Los Angeles Times
Interior Secretary Ken Salazar announced Monday a final decision to impose a 20-year ban on new mining claims on 1 million acres surrounding the Grand Canyon, an area where uranium mining stakes have spiked 2,000% in the last seven years.
The ban "is the right approach for this priceless American landscape," Salazar said. "We have been entrusted to care for and protect our precious environmental and cultural resources, and we have chosen a responsible path that makes sense for this and future generations."
The moratorium builds on a 2 /1/2-year hiatus on mining claims Salazar imposed in 2008 in response to the rise of mining claims along the edge of the Grand Canyon National Park.
Mining claims around the Grand Canyon are among the thousands filed by companies along the borders of numerous national parks and wilderness areas. In the last seven years, mining companies, many of them foreign firms, have filed claims to the rights to copper, gold, uranium and other metals on federal land around Mt. Rushmore, Joshua Tree National Park and other famous refuges at an increased rate because of rising global prices, according to a 2011 report by the Pew Environment Group.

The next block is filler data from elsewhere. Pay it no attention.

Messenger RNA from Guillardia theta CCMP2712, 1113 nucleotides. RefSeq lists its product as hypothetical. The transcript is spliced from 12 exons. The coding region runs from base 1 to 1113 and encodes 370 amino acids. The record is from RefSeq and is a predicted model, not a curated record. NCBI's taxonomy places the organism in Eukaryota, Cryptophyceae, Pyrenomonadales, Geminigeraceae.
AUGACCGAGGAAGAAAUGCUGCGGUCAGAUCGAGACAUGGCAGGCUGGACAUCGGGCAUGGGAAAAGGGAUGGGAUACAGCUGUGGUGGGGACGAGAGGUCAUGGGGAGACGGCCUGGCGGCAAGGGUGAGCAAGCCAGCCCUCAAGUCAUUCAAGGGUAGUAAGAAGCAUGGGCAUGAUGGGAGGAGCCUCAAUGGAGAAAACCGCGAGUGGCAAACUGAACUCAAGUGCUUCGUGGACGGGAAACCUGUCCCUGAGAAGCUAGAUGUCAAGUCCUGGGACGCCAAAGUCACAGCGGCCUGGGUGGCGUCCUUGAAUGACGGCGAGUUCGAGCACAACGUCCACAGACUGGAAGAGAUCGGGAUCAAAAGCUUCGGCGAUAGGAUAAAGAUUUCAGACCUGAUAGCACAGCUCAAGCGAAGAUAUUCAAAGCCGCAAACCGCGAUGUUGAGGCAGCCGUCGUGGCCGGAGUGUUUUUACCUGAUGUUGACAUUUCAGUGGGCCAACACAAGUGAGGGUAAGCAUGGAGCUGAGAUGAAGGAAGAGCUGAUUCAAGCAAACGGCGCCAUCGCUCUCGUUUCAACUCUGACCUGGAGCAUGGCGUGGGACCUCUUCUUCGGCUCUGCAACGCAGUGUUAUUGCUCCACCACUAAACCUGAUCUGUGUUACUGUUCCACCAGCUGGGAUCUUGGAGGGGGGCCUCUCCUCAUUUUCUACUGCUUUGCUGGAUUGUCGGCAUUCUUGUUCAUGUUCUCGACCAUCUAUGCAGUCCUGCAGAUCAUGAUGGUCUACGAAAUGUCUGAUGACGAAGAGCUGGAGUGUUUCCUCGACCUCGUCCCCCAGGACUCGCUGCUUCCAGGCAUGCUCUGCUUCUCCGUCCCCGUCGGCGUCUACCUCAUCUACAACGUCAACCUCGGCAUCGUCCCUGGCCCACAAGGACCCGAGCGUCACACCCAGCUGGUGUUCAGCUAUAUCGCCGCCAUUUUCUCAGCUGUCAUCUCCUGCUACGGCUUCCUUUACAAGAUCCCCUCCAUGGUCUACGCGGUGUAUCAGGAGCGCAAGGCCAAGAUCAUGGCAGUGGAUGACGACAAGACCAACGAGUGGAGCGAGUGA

Critics say an outmoded 1872 law is driving the increase in claims in such sensitive places. The law allows corporations to stake out rights to federal lands for mining without a competitive bid and to extract resources without paying royalties.
Read the full article, U.S. Bans New Grand Canyon Uranium-Mining Claims, on the Los Angeles Times website.